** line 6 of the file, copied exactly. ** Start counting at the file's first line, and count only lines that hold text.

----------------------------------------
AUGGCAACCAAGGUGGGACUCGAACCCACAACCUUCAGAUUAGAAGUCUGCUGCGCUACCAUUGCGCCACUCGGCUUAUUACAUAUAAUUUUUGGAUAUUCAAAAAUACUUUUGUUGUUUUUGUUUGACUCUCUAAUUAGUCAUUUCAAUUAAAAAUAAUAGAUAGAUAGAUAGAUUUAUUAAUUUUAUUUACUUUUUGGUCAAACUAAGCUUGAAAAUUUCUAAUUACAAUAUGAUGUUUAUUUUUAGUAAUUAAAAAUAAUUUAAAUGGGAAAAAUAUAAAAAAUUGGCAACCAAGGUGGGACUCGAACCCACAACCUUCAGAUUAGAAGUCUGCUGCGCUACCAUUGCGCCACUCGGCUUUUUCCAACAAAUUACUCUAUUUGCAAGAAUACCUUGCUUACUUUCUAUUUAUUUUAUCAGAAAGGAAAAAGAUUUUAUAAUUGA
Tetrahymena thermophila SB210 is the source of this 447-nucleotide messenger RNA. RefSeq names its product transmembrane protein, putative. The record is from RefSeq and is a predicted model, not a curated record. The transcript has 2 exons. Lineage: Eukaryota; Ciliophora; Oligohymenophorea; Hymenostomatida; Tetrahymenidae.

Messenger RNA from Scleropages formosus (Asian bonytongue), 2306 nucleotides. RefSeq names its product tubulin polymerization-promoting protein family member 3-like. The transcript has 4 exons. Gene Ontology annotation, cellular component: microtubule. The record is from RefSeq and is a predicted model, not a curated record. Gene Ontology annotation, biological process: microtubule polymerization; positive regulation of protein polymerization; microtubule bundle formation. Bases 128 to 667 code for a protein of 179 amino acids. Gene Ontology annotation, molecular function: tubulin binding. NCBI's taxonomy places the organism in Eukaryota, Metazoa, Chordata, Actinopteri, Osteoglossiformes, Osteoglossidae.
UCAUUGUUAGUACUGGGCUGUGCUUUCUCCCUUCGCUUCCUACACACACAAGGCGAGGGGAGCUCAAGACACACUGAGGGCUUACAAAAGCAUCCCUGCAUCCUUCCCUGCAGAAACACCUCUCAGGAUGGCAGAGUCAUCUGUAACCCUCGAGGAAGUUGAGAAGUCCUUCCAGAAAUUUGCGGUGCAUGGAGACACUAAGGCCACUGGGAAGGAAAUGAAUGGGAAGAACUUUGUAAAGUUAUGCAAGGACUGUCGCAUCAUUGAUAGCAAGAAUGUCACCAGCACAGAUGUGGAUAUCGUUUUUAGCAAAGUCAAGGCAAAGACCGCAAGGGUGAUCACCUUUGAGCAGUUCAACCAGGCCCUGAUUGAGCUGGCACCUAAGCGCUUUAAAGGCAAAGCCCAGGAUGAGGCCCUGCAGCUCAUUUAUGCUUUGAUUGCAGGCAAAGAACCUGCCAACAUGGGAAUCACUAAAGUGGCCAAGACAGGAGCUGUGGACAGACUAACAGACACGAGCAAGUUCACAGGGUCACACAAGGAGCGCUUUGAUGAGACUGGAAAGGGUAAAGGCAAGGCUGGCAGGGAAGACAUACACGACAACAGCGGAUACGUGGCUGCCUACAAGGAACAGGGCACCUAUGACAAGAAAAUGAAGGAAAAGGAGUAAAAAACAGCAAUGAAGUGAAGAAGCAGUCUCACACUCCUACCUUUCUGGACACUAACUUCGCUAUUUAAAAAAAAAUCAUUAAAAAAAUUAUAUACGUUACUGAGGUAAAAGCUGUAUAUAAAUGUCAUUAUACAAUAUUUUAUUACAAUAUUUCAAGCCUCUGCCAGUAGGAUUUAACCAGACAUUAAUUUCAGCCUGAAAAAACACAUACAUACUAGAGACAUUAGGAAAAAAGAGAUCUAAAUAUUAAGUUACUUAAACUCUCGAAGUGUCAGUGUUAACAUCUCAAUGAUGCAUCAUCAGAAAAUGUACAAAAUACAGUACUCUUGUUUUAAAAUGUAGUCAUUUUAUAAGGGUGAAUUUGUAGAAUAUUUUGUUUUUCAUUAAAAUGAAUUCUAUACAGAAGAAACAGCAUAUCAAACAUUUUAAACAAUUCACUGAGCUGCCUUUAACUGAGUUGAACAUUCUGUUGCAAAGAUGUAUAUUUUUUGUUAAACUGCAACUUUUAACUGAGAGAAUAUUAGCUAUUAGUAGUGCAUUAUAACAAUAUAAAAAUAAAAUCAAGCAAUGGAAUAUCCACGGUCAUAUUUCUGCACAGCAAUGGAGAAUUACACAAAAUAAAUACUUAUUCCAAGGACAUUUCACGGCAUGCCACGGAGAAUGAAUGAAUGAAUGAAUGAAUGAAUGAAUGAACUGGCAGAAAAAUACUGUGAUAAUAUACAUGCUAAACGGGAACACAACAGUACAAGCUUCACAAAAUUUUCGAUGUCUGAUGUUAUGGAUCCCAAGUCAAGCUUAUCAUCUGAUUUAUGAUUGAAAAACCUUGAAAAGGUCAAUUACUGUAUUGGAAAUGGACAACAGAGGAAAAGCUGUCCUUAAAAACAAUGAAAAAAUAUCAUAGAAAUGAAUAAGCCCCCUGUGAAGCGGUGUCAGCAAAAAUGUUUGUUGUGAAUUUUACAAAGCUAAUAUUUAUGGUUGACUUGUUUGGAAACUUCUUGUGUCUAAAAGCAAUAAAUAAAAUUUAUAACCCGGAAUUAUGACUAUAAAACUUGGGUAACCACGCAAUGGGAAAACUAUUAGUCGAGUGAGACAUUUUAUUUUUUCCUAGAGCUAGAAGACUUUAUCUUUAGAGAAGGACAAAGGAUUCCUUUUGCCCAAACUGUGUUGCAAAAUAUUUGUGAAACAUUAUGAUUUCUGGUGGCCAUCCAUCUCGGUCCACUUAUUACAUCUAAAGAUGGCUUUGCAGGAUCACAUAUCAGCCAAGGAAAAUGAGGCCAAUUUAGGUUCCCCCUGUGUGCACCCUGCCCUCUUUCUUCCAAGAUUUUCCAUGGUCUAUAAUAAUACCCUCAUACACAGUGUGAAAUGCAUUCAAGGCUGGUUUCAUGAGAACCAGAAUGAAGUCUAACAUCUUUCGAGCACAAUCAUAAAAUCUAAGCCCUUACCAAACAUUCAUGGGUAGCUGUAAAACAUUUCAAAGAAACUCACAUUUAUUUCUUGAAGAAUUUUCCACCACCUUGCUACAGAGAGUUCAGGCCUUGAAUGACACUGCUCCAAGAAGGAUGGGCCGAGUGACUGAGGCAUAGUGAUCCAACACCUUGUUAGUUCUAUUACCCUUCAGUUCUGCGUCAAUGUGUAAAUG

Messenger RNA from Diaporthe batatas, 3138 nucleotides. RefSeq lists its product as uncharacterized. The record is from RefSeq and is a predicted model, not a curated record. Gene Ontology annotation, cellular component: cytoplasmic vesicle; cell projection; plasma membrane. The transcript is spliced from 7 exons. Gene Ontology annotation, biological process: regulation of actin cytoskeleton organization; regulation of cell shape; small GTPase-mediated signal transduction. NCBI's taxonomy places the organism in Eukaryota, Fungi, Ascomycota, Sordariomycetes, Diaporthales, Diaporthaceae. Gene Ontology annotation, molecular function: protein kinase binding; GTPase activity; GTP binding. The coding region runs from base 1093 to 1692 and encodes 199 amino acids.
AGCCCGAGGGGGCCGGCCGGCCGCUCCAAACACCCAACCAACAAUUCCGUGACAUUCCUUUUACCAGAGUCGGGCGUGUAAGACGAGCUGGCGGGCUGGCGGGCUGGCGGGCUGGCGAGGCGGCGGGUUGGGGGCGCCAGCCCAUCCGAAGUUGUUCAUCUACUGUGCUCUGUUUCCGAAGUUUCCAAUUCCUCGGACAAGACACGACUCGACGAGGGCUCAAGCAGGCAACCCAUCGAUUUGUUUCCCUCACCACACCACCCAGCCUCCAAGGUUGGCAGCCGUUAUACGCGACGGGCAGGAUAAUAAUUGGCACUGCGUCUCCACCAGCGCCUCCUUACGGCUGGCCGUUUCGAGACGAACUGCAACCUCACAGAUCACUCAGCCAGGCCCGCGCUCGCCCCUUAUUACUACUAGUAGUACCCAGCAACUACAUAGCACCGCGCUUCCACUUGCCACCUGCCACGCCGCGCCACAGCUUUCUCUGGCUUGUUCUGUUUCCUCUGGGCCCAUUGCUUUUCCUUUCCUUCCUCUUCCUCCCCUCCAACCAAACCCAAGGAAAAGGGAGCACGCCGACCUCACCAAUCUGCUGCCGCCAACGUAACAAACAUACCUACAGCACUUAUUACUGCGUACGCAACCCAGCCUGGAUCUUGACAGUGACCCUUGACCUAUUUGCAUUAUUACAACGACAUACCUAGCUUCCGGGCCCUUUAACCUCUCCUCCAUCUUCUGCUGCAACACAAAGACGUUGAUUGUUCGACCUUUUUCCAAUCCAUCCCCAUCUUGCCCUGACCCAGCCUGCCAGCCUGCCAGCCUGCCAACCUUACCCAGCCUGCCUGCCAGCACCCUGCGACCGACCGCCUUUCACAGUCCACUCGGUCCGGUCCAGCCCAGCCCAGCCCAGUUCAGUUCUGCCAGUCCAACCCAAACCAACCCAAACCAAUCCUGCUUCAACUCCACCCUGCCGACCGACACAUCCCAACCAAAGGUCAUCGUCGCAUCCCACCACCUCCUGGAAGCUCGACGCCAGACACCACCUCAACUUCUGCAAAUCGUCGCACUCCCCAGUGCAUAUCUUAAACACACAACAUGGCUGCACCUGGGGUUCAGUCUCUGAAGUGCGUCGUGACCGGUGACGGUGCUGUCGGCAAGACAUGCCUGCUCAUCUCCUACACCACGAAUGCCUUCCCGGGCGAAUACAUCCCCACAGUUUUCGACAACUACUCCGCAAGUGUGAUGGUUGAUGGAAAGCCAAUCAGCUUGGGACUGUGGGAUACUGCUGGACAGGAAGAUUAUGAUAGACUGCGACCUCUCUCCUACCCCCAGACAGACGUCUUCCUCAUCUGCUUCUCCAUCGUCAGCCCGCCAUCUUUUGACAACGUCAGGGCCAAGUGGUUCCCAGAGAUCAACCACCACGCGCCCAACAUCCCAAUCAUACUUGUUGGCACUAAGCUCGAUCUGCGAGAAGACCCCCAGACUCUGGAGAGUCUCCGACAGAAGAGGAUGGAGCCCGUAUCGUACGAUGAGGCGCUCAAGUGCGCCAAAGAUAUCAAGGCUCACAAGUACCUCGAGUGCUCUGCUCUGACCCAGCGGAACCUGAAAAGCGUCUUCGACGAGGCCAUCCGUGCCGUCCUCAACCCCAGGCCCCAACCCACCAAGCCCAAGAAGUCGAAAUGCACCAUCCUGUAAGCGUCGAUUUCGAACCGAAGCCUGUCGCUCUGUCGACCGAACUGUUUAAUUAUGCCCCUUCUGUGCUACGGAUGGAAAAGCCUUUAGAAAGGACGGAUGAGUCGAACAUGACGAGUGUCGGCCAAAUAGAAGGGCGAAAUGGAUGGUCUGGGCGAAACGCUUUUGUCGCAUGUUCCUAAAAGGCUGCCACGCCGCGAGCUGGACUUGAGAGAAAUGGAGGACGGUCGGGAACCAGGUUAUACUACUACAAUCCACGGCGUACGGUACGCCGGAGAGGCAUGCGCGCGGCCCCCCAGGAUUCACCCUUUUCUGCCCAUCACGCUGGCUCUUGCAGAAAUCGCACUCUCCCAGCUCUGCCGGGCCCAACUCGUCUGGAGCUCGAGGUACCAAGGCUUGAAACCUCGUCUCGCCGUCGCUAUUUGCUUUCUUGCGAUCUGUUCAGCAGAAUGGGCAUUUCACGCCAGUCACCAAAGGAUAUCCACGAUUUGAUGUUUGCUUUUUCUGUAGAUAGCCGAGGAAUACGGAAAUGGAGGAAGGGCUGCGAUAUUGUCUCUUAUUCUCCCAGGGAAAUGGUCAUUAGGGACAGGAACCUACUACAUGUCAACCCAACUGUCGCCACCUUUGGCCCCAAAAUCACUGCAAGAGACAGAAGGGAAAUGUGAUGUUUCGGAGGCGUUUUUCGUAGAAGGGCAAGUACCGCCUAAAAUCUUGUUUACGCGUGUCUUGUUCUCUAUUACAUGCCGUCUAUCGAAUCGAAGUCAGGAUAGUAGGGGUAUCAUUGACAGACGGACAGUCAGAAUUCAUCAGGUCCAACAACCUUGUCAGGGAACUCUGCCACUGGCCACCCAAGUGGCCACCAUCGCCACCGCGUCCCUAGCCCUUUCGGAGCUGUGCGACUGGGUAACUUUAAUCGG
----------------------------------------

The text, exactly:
AGCCCGAGGGGGCCGGCCGGCCGCUCCAAACACCCAACCAACAAUUCCGUGACAUUCCUUUUACCAGAGUCGGGCGUGUAAGACGAGCUGGCGGGCUGGCGGGCUGGCGGGCUGGCGAGGCGGCGGGUUGGGGGCGCCAGCCCAUCCGAAGUUGUUCAUCUACUGUGCUCUGUUUCCGAAGUUUCCAAUUCCUCGGACAAGACACGACUCGACGAGGGCUCAAGCAGGCAACCCAUCGAUUUGUUUCCCUCACCACACCACCCAGCCUCCAAGGUUGGCAGCCGUUAUACGCGACGGGCAGGAUAAUAAUUGGCACUGCGUCUCCACCAGCGCCUCCUUACGGCUGGCCGUUUCGAGACGAACUGCAACCUCACAGAUCACUCAGCCAGGCCCGCGCUCGCCCCUUAUUACUACUAGUAGUACCCAGCAACUACAUAGCACCGCGCUUCCACUUGCCACCUGCCACGCCGCGCCACAGCUUUCUCUGGCUUGUUCUGUUUCCUCUGGGCCCAUUGCUUUUCCUUUCCUUCCUCUUCCUCCCCUCCAACCAAACCCAAGGAAAAGGGAGCACGCCGACCUCACCAAUCUGCUGCCGCCAACGUAACAAACAUACCUACAGCACUUAUUACUGCGUACGCAACCCAGCCUGGAUCUUGACAGUGACCCUUGACCUAUUUGCAUUAUUACAACGACAUACCUAGCUUCCGGGCCCUUUAACCUCUCCUCCAUCUUCUGCUGCAACACAAAGACGUUGAUUGUUCGACCUUUUUCCAAUCCAUCCCCAUCUUGCCCUGACCCAGCCUGCCAGCCUGCCAGCCUGCCAACCUUACCCAGCCUGCCUGCCAGCACCCUGCGACCGACCGCCUUUCACAGUCCACUCGGUCCGGUCCAGCCCAGCCCAGCCCAGUUCAGUUCUGCCAGUCCAACCCAAACCAACCCAAACCAAUCCUGCUUCAACUCCACCCUGCCGACCGACACAUCCCAACCAAAGGUCAUCGUCGCAUCCCACCACCUCCUGGAAGCUCGACGCCAGACACCACCUCAACUUCUGCAAAUCGUCGCACUCCCCAGUGCAUAUCUUAAACACACAACAUGGCUGCACCUGGGGUUCAGUCUCUGAAGUGCGUCGUGACCGGUGACGGUGCUGUCGGCAAGACAUGCCUGCUCAUCUCCUACACCACGAAUGCCUUCCCGGGCGAAUACAUCCCCACAGUUUUCGACAACUACUCCGCAAGUGUGAUGGUUGAUGGAAAGCCAAUCAGCUUGGGACUGUGGGAUACUGCUGGACAGGAAGAUUAUGAUAGACUGCGACCUCUCUCCUACCCCCAGACAGACGUCUUCCUCAUCUGCUUCUCCAUCGUCAGCCCGCCAUCUUUUGACAACGUCAGGGCCAAGUGGUUCCCAGAGAUCAACCACCACGCGCCCAACAUCCCAAUCAUACUUGUUGGCACUAAGCUCGAUCUGCGAGAAGACCCCCAGACUCUGGAGAGUCUCCGACAGAAGAGGAUGGAGCCCGUAUCGUACGAUGAGGCGCUCAAGUGCGCCAAAGAUAUCAAGGCUCACAAGUACCUCGAGUGCUCUGCUCUGACCCAGCGGAACCUGAAAAGCGUCUUCGACGAGGCCAUCCGUGCCGUCCUCAACCCCAGGCCCCAACCCACCAAGCCCAAGAAGUCGAAAUGCACCAUCCUGUAAGCGUCGAUUUCGAACCGAAGCCUGUCGCUCUGUCGACCGAACUGUUUAAUUAUGCCCCUUCUGUGCUACGGAUGGAAAAGCCUUUAGAAAGGACGGAUGAGUCGAACAUGACGAGUGUCGGCCAAAUAGAAGGGCGAAAUGGAUGGUCUGGGCGAAACGCUUUUGUCGCAUGUUCCUAAAAGGCUGCCACGCCGCGAGCUGGACUUGAGAGAAAUGGAGGACGGUCGGGAACCAGGUUAUACUACUACAAUCCACGGCGUACGGUACGCCGGAGAGGCAUGCGCGCGGCCCCCCAGGAUUCACCCUUUUCUGCCCAUCACGCUGGCUCUUGCAGAAAUCGCACUCUCCCAGCUCUGCCGGGCCCAACUCGUCUGGAGCUCGAGGUACCAAGGCUUGAAACCUCGUCUCGCCGUCGCUAUUUGCUUUCUUGCGAUCUGUUCAGCAGAAUGGGCAUUUCACGCCAGUCACCAAAGGAUAUCCACGAUUUGAUGUUUGCUUUUUCUGUAGAUAGCCGAGGAAUACGGAAAUGGAGGAAGGGCUGCGAUAUUGUCUCUUAUUCUCCCAGGGAAAUGGUCAUUAGGGACAGGAACCUACUACAUGUCAACCCAACUGUCGCCACCUUUGGCCCCAAAAUCACUGCAAGAGACAGAAGGGAAAUGUGAUGUUUCGGAGGCGUUUUUCGUAGAAGGGCAAGUACCGCCUAAAAUCUUGUUUACGCGUGUCUUGUUCUCUAUUACAUGCCGUCUAUCGAAUCGAAGUCAGGAUAGUAGGGGUAUCAUUGACAGACGGACAGUCAGAAUUCAUCAGGUCCAACAACCUUGUCAGGGAACUCUGCCACUGGCCACCCAAGUGGCCACCAUCGCCACCGCGUCCCUAGCCCUUUCGGAGCUGUGCGACUGGGUAACUUUAAUCGG